“This is one of those issues that one has to follow one’s conscience. That’s why I will vote against.”John McDonnell MP
John McDonnell MP writes:
I have been involved in successive boycott, disinvestment and sanctions campaigns for decades.
In the 1980s I remember one Christmas morning singing carols as part of the City of London Anti Apartheid Groups 24 hour permanent picket of the South African Embassy that went on for years, calling for sanctions to be used to secure Nelson Mandela’s freedom.
I was one of the organisers of the demonstrations opposing the royal visit of the Saudi leaders, over a decade ago where we called for no public contracts to be awarded to companies operating in Saudi Arabia at a time when they were beheading people for being gay. Later the ban focussed on UK military support for the Saudi attacks on Yemen.
The list of the BDS campaigns I have supported over the years just goes on;
Against the Bahraini regime for the ongoing brutal suppression of the country’s democratic movement and continuing imprisonment of opposition political leaders.
Against the Sri Lankan administration for its genocidal attack on the Tamils and the continuing abuse of human rights, the torture, the disappearances and colonisation of Tamil homelands.
Sanctions against the military junta in Myanmar to halt the attacks on the Rohingyas and to demand the freedom of Aung San Suu Kyi.
Supporting the boycott of goods coming from the Palestinian territories occupied illegally by Israel, when a large crowd of young people in my constituency protesting at the killings of Palestinian young people in Gaza visited local shops in Hayes town centre to ask them not to sell these goods.
There has been some reference to BDS campaigns being associated with antisemitism.
But that is not what I have witnessed in my constituency .
If there is any evidence of this, then we already have the laws to deal with it and I believe the full force the law against racist behaviour should be deployed.
More recently I have called for sanctions against the Chinese government for the barbaric treatment of the Uyghurs but also for the imprisonment of my Unite trade unions friends in Hong Kong simply for demanding adherence to the democracy they were promised.
And of course, as a founder of the Ukraine Solidarity Campaign I have supported the sanctions against Russia because of the invasion and war crimes.
The focus of all these campaigns has been to press for action from government but also from local councils, pension funds, private companies and investors.
One of the pension funds that has been targeted is the Local Government Pension Fund of which I am a member.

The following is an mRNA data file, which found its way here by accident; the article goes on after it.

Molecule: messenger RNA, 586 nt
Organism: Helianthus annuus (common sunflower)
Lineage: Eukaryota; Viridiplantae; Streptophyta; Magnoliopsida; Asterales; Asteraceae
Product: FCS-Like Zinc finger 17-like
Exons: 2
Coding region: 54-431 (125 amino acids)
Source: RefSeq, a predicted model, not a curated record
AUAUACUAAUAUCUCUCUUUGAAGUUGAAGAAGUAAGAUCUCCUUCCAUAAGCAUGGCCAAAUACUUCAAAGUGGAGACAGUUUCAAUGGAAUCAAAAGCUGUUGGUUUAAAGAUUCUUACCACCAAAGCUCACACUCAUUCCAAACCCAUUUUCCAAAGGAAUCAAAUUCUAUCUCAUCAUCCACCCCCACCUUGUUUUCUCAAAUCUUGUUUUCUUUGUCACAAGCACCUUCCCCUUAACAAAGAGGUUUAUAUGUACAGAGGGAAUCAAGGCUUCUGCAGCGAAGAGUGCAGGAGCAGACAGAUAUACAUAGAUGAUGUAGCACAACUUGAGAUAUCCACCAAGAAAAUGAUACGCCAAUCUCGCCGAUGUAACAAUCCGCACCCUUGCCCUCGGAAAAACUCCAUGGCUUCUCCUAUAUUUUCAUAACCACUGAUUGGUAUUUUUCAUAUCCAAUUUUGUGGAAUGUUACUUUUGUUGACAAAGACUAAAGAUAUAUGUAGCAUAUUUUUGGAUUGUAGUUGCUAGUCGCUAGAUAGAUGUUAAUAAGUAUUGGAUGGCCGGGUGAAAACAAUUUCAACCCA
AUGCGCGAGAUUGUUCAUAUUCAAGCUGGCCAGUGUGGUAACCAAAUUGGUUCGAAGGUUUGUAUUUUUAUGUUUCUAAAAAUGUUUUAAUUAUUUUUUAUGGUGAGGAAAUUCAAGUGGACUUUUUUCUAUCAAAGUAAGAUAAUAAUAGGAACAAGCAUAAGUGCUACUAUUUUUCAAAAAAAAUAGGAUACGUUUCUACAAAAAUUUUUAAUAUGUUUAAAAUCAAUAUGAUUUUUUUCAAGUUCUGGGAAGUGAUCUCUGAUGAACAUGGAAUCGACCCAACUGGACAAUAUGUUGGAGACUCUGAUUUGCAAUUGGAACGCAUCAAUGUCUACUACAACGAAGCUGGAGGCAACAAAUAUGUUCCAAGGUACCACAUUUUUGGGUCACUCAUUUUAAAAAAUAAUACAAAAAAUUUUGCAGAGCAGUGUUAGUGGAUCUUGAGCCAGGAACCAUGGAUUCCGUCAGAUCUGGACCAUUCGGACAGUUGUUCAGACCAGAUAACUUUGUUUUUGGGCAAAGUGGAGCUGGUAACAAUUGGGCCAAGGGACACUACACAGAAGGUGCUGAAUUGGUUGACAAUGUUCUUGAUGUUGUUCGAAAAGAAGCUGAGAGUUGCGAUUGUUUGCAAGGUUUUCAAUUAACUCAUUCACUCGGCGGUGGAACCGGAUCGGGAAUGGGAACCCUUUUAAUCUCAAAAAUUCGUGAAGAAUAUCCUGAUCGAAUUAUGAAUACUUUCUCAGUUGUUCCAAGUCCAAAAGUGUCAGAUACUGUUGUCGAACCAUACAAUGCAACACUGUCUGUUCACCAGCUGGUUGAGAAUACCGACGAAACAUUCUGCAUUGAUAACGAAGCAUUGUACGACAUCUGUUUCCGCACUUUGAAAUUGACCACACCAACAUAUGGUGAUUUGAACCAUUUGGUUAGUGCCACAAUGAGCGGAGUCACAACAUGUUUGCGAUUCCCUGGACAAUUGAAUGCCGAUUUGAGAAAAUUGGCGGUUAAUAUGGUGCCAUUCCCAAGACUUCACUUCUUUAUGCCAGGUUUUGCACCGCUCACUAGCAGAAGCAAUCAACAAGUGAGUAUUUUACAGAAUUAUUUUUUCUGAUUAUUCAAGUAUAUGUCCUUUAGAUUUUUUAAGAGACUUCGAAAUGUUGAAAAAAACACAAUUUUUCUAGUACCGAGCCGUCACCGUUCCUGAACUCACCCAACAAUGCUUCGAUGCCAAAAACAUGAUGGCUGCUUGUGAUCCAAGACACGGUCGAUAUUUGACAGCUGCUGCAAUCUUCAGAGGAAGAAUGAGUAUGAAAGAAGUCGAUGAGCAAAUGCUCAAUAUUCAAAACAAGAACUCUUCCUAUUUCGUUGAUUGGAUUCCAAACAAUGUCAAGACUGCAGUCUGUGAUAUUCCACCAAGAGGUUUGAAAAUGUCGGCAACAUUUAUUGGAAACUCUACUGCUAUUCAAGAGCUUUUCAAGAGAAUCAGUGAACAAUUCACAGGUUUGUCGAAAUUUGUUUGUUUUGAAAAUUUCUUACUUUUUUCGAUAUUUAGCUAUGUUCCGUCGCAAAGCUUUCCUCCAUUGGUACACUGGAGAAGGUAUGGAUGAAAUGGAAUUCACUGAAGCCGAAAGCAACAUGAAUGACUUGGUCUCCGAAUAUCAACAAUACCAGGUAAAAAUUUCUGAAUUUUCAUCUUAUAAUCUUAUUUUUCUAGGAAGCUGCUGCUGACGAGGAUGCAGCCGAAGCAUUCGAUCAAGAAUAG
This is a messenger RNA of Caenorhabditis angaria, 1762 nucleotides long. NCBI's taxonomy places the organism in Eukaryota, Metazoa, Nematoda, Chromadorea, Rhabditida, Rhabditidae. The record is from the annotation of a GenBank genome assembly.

The funds it invests are my money.
They are my stored wages. It should be for me and my fellow pension fund members to determine the investment policies of the fund not government dictat.
All my political life I have been involved in non violent boycott campaigns against regimes abusing human rights.
I have argued for and lobbied councils, pension funds and other public bodies to use their influence to uphold human rights across the globe by boycotting and divesting.
These campaigns have also reflected the demands of the diverse communities in my constituency.
The advice of dozens of rights organisations, human rights lawyers and the trade unions have made it clear that this activity will be outlawed and for decision makers to even talk about this strategy will become illegal.
The Labour whip is telling Labour MPs to vote for a “reasoned amendment,” which calls on the government to come forward with alternatives to its proposals, and once that is lost, we are being whipped to abstain, with the possibility that we vote against at 3rd reading.
This is despite every lawyer from human rights organisations and affiliated trade unions saying the bill is unamendable and urging a vote against.
It has been a long, worthy and honourable tradition from the foundation of the party that the right of a member to follow their conscience is respected.
This is one of those issues that one has to follow one’s conscience.
That’s why I will vote against.
I couldn’t look my constituents in the face or indeed myself in the mirror if I didn’t.
Given the factional behaviour of some exercising power in the party at the moment it’s very possible some will try to seize upon this to cause more division in the party.
I have to follow my conscience and I do not want to live a life where I am always having to look over my shoulder politically for fear of what attack may come from this right-wing faction for not following an ever changing party line or where people’s right to abide by their consciences and judgements is not respected.
So I will vote against this egregious and divisive Bill at every opportunity.